5 things I learned about homeschooling from a puppy ~
Written by Melissa Camara Wilkins
I’m just going to come out and say it: we got a dog. We didn’t even just get a dog—we got a puppy.
We’ve never had a pet before, unless you count a fish in a bowl on the bathroom counter. (Why the bathroom counter? I guess because it was already wet?)
“Is it like having a new baby?” one friend texted, after seeing the pictures.
Nope! No, it is not like having a new baby. Not so much.
Or more precisely, it’s like having all the laundry of a new baby (it turns out that potty trained before she came home is not quite the same as potty trained at my house), but none of the new baby smell. It’s not quite the same.
Plus the puppy is much fluffier than any baby I’ve ever known.
It’s not like having a new baby, but preparing for her was a lot like the first time we had a kindergartener: we did lots of overplanning, with possibly unrealistic expectations, were super freaked out about worst-case scenarios, had absolutely no ability to go with the flow, and felt pretty sure we needed to buy one of everything (for the kindergartener it was handwriting books and a lesson planner, for the puppy it’s crinkle toys and a crate bed).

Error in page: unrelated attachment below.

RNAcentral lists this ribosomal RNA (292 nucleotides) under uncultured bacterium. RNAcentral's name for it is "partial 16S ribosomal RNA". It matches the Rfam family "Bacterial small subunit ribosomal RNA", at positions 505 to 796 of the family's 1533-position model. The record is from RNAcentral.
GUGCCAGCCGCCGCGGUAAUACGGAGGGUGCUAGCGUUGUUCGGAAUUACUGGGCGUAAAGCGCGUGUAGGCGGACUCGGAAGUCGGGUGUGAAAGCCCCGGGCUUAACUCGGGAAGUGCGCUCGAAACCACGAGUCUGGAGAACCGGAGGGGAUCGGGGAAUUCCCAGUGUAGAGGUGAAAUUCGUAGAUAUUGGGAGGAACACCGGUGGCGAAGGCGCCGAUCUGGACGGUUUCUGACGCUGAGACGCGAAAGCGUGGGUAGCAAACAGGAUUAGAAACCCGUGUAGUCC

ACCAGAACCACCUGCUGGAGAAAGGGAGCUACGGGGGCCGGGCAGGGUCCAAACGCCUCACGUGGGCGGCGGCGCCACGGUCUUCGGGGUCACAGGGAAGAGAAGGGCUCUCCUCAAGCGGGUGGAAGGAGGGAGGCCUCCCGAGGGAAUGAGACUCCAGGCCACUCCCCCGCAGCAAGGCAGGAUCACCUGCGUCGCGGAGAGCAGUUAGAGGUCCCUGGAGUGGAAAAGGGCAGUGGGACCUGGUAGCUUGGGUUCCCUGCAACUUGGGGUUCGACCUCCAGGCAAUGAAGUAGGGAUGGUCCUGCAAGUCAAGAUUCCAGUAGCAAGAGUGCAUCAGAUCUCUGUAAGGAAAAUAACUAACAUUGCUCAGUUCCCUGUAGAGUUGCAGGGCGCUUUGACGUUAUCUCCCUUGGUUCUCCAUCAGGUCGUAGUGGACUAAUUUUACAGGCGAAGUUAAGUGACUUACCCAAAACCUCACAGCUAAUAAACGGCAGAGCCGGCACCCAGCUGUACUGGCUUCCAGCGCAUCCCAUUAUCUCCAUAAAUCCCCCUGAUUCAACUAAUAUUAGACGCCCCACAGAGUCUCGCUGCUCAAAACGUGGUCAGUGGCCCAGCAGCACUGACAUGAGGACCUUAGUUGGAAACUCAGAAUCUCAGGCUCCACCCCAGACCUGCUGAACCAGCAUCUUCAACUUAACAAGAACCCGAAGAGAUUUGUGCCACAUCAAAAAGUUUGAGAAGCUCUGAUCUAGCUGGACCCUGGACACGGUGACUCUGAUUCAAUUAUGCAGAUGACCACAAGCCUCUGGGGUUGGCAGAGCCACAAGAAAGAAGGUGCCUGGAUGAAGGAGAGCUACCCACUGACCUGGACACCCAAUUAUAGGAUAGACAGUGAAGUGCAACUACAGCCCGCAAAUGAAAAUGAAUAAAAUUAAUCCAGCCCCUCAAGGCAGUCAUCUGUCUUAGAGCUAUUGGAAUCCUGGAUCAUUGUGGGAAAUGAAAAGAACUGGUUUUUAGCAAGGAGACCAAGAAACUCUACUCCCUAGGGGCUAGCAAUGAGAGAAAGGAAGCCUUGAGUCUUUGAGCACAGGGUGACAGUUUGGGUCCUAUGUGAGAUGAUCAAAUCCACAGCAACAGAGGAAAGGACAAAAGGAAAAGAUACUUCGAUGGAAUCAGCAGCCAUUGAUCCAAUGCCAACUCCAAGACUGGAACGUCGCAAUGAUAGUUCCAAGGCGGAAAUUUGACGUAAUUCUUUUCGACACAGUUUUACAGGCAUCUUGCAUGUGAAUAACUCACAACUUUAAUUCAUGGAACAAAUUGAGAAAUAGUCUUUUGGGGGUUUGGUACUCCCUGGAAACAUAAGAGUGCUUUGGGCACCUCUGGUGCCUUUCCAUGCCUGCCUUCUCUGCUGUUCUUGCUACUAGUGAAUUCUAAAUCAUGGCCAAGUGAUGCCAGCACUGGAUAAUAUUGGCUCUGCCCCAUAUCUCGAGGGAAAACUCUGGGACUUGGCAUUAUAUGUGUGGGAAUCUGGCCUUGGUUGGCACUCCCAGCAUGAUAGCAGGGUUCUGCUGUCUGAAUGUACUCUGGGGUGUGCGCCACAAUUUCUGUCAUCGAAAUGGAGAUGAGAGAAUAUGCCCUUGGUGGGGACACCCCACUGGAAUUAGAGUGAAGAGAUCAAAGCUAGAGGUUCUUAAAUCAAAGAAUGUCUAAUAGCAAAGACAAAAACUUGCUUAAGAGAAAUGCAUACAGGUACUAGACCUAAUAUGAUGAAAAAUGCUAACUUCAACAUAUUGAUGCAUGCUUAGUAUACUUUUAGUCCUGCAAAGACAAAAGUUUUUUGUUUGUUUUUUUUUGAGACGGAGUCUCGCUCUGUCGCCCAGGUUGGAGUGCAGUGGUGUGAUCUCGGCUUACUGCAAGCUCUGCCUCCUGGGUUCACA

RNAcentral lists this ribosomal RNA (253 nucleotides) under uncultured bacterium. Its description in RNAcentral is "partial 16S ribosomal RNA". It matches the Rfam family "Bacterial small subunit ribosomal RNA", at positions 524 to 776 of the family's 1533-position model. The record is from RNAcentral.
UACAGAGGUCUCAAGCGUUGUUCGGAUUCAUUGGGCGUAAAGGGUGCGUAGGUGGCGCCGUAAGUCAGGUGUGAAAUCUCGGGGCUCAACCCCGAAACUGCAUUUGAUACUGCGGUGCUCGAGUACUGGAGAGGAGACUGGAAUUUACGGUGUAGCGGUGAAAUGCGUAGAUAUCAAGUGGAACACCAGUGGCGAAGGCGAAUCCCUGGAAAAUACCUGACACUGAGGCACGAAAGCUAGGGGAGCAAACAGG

I would like to say that we stopped ourselves right there and chilled the heck out, but no. We have no chill. We were still debating brands of poop bags a week later. (Some are compostable! Sort of!)
So instead I will offer you this:
It’s great to have a schedule and a plan and goals, but your real life will not match the tidy plan you imagined. (Or at least, mine never has.)
Working with the real thing always works better than trying to force live, actual beings to match up to an imaginary ideal plan.
Should we start the day with math, or reading? Should we take a nap, or take a walk? Just pick. Either it will work out, or you’ll learn something. Win-win.
You might not need any of the stuff. (Are we ordering another game/book/app/tool/kit because it meets a real need, or because we’re worried about missing out if we don’t? One of these reasons will work out better than the other.)
I’m just saying, you can buy all the chew toys and squeakers in the world, but inevitably someone will find an old pickleball in the backyard and spend all day chasing that around anyway.
Alternatively, take many naps.
Give yourself permission to get excited about what you love, even if what you love is freeze-dried liver. (Or dinosaurs. Or showtunes.) Excitement is contagious, and following your interests will get you to interesting places. It’s a good lesson to learn, whether you’re a puppy or a person.
So tell me, what have you learned about homeschooling from a puppy? I’d love to hear!
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